Lest Ye Worry: Flat Feet in Kids
Flat feet are pretty unloved. It’s not that they smell more. Our society seems to have cast those with ‘pes planus’ in a rather unfavorable light. Parents broadcast their worry in the doctor’s office that their infants, kids or teens with fallen arches will suffer miseries untold: that their offspring will be less competitive athletes, they will leave ugly footprints (really, I heard that once), they will be doomed to a life of pain and chunky footwear, or they will suffer rejection by the armed forces, their peers, or a future spouse.
Before we despair too much or invest too heavily in tricked out foot orthotics, we may all do well to consider the rather fascinating principles of how kids’ feet develop. And, that those flat feet are not such a worry about after all. The 26 bones that occupy the distal end of our lower extremities have are a dynamic bunch in the first decade of life. Foot growth and anatomy illustrate some key fundamentals of how kids’ feet grow, and what is (and isn’t) normal.
Put your feet up–arched or otherwise–take a load off, and let’s kick this around a bit.
“Normal feet” run the gamut, so to speak, in children. Some kids have high arches, some have no arch, and many are in between. Most flat feet are fine and dandy, bothering fussy relatives more than anything. In rarer cases, flat feet cause pain in children, and may be due to a problem of the foot, or an issue of something going on in the rest of the body. In any case, primary care docs (cue music) can help parents and kids distinguish what is of concern, and what if anything, needs to be done.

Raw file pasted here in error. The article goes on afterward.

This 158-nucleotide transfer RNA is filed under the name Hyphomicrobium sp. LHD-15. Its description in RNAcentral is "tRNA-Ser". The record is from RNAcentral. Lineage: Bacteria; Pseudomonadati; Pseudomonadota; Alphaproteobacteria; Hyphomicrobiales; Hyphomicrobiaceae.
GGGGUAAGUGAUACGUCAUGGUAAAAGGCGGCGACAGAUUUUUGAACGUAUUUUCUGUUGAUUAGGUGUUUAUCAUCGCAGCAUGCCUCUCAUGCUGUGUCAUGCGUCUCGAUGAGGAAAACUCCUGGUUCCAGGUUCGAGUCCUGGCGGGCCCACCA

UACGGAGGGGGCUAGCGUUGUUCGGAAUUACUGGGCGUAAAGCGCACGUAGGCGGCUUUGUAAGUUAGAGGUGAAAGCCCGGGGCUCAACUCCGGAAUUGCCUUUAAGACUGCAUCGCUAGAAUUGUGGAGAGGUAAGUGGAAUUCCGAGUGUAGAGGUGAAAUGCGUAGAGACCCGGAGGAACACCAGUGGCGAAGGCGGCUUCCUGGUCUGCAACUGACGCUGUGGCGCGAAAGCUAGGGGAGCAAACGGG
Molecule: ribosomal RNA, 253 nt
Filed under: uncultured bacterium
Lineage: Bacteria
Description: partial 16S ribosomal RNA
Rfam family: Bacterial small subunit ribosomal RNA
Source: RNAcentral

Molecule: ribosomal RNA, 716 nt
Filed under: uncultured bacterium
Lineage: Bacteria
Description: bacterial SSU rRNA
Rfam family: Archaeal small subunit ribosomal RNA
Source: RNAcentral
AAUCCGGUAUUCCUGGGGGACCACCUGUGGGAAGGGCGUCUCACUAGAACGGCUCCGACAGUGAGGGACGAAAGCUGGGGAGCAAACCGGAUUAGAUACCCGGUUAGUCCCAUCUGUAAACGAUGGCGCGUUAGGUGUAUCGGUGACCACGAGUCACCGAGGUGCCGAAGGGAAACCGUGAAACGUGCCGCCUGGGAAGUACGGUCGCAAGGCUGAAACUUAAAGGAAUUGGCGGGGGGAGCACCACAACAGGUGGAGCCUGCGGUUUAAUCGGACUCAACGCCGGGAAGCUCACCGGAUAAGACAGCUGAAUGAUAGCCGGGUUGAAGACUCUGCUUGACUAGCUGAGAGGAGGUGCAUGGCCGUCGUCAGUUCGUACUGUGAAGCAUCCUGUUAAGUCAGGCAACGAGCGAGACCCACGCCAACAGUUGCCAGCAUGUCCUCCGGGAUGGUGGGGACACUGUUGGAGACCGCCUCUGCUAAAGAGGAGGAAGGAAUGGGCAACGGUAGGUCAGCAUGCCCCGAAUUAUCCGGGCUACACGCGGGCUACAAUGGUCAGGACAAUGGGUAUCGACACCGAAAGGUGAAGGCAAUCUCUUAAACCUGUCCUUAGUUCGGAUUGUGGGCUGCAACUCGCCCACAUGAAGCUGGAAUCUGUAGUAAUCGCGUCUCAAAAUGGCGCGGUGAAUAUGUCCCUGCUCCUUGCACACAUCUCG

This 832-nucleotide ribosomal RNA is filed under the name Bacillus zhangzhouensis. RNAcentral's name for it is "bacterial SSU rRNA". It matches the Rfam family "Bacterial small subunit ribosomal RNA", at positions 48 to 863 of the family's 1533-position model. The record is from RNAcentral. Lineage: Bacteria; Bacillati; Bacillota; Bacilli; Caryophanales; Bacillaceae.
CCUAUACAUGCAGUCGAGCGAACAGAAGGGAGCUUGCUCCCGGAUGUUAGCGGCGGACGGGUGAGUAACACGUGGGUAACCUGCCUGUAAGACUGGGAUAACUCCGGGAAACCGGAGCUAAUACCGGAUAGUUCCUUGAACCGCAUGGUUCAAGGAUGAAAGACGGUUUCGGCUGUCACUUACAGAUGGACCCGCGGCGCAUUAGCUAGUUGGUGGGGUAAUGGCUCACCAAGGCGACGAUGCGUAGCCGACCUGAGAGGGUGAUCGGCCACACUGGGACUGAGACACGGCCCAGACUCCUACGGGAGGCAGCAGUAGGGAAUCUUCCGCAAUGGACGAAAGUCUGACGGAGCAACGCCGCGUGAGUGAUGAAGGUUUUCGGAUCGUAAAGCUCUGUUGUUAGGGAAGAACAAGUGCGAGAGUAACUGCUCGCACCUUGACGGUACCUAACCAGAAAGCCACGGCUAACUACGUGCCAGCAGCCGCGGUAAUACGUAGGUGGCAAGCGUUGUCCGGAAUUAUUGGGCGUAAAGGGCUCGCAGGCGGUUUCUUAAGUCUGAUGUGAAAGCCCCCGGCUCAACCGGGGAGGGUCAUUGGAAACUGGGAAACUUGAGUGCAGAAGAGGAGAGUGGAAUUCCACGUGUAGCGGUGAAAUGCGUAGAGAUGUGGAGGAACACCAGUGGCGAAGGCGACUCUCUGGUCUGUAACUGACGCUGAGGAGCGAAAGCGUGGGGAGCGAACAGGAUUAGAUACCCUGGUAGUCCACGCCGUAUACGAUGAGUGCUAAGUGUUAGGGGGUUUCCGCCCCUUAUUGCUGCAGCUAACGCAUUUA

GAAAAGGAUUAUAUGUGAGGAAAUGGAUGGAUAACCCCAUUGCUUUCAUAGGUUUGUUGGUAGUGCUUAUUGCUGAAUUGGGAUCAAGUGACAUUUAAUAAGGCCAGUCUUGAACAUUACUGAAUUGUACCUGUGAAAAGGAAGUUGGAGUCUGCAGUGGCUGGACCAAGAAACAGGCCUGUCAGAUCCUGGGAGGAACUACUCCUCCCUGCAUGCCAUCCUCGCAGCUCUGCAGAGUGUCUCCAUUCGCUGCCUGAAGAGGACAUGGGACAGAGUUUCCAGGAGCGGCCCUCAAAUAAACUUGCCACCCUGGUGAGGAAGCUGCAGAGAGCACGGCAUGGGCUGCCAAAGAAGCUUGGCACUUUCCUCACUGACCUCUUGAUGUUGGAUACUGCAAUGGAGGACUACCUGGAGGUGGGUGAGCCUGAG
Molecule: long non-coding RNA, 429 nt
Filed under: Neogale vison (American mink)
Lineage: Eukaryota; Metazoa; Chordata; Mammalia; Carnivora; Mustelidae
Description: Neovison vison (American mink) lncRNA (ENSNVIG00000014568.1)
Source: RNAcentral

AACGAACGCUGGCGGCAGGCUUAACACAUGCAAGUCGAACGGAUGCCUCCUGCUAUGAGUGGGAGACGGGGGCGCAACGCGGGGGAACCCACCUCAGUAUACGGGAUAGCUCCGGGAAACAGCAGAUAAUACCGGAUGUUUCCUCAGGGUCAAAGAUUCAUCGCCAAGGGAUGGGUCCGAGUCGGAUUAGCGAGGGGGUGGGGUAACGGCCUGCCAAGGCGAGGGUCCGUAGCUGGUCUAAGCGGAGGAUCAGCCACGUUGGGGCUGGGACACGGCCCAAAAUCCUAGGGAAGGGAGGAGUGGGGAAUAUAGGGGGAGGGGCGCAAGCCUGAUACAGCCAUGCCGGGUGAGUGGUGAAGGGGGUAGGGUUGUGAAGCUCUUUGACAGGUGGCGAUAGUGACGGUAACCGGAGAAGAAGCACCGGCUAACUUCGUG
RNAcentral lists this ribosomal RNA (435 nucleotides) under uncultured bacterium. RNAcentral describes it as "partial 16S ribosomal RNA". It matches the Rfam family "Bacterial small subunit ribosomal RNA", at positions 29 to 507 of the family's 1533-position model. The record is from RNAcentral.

When we arrive on the planet, our feet are way different from the form they’ll adopt in our adult lives. Newborn feet are extremely flexible, made of softer bones, and looser ligaments with a pad of fat across their bottom. These qualities allow infants to tuck snugly inside the womb. They appear flatfooted and have no discernible arch. This continues into todderhood, when the bow-legged stance and stretchy ligaments make for flattened soles of those little feet (and, flattened souls of their parents, to hear it told). Around the second birthday, we primary care types hear another round of worry: Will my kiddo ever get an arch? Maybe. Probably.
The arch of the foot does not express itself until well after child begins to bear weight, most often between 2 and 4 years old. Growth, changing posture and anatomy, maturing muscle and gravity tone, sculpt, and shape the tarsal bones and connective tissues that bridge the midfoot. When it all occurs sweetly, they make an arch. In the late 1950s, a researcher illustrated this idea by studying the footprints of children. He found 90% of two year olds had flat feet, but that by the time children were 10, flat feet were seen in only 4% of the children. (More recent tallies put the prevalence of pes planus in kids around 10-15%)
Of note, a study published this spring found overweight children have flatter and fatter feet than their peers who were of normal weight. The cause and effect linkage is unclear, if the fallen arch generates to more fat deposition on the soles of the feet, or vice versa. In any case, it remains to be seen if kids who are overweight, who tend to have more flat feet, have a harder go of it as they enter adolescence and adulthood.
What does an arch do? The crescent shape enhances the lower extremities’ ability to bear weight and move efficiently for locomotion. However, any number of biological, environmental or genetic variables can impact upon an arch’s final shape. Thus, deformities like flat feet or fallen arches can appear at any point during a child’s growth.
And so, back to the question: Do flat feet matter in kids?
Mostly, no. But, the myths die hard.
The majority of children with pes planus have a benign condition known as hypermobile or flexible flat feet. Doesn’t that sound better already? Most of these children are unaware of any problem, experiencing little to no pain in their daily lives, or during exercise. During a physical exam, a clinician can assess mobility of the ankle and the range of motion of the joints of the foot, including the mid and forefoot.
In a hypermobile flatfoot, observers will see a child’s absent arch re-form when he bears weight and stands on his toes. Aha! Additionally, the arch of a child with flexible flat foot should appear when the foot is dangled in the air, as the seat of a chair or exam table. Bingo!